The quick-service category’s net sales 1.4 percent better, year-over-year. In Q2, average check was up 7.2 percent versus the prior-year stretch. As it has throughout the calendar, higher prices are the main culprit for outsized sales performance. Average net price is up 10.8 percent.
From an RMS consumer study, nearly one in two respondents said they were managing costs by ordering less from restaurants—a trend reflected in sliding basket size, which is down 3.2 percent, year-over-year.
So how does this all affect coffee? According to Placer.ai, recent economic challenges do appear to be slowing patterns.
When comparing foot traffic to a January 2020 baseline, coffee visits outpaced quick-service visits every month between July 2020 and May 2022. But that changed in June. “… a combination of inflation, high gas prices, and the rise in COVID cases kept some consumers away,” the company suggests. “But given the trends of the past two years there is every reason to believe that the June 2022 visit numbers are a reflection of the temporary challenges and not of any drop in coffee demand.”
Looking further at Starbucks and Dunkin’, foot traffic trends remain consistent with visit patterns for the wider category. They didn’t change much between March and May before dipping in June. Starbucks and Dunkin’ saw a year-over-year decline in monthly visits of 7.8 and 4.1 percent, respectively, Placer.ai data showed. Year-over-three-year comparisons revealed Dunkin’ maintained its June 2019 visit levels while Starbucks’ foot traffic fell 6.6 percent.
The discrepancy in year-over-year versus year-over-three-year results, the company noted, owes to Dunkin’ recovering quicker than Starbucks in 2021, meaning the former had further to fall on a year-over-year basis. And the three-year view could signal Dunkin’s more value-conscious approach is helping it weather current storms.
“It is also important to note that Starbucks’ Yo3Y visit gap and Starbucks’ and Dunkin’s YoY visit gaps in June 2022 are not particularly large and follow three months of both brands staying relatively close to both 2019 and 2021 levels,” Placer.ai said. “This could indicate that the June performance reflects consumers’ temporary adjustment to the current economic situation, and the long-term positioning of both brands remains strong.”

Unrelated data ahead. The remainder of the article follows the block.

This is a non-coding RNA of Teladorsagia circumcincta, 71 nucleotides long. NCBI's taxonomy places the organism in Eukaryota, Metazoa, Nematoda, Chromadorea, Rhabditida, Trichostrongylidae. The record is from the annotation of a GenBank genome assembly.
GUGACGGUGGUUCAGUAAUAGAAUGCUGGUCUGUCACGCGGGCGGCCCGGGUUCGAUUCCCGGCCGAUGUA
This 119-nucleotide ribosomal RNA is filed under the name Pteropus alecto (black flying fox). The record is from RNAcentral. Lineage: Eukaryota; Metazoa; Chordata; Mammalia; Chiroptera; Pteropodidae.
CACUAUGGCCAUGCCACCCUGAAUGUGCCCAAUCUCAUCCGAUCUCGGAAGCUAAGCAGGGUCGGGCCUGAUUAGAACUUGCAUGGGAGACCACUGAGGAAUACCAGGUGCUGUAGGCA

On the top line, Dunkin’s 2021 same-store sales rose 15.5 percent and 10.4 percent on a two-year stack. Starbucks’ North America and U.S. comps increased 12 percent in its most recent report (Q2), driven by a 7 percent boost in average ticket and a 5 percent lift in transactions. The chain’s average ticket reached an all-time high in Q2.
Placer.ai also examined Dutch Bros., a 540-unit chain building on its first year as a public brand. The company opened a record-breaking 98 stores systemwide during that run, including in new states Texas, Oklahoma, and Kansas. Thirty-five of those came in just Q4 (23 in December). Dutch Bros., which expects to open at least 125 stores this fiscal calendar, generated same-store sales gains of 8.4 percent, year-over-year, in 2021, or 10.3 percent across two years.
Visits have continued to rise, per Placer.ai., even as Dunkin’ and Starbucks battle volatility. In June, the concept saw a 22.8 and 178.2 percent rise in its year-over-year and year-over-three-year foot traffic, respectively. But year-over-year visits-per-venue levels have mostly evened out, with June numbers down 0.4 percent. An indication, Placer.ai said, growth is coming from expansion.
Overall visits, though, are not the only foot traffic metrics climbing for Dutch Bros. The brand’s average trade area (how far 70 percent of guests are traveling to reach a location—has steadily grown over the past four years. It’s stretched from 36.9 square miles in Q2 2019 to 54.5 square miles in Q2 2022. Between Q2 2021 and Q2 2022, Dutch Bros.’ trade area lifted by 13.3 percent, “even though the increase in gas prices and wane of COVID meant that consumers had fewer reasons to visit drive-thrus—and especially far from home spots—compared to 2021,” Placer.ai said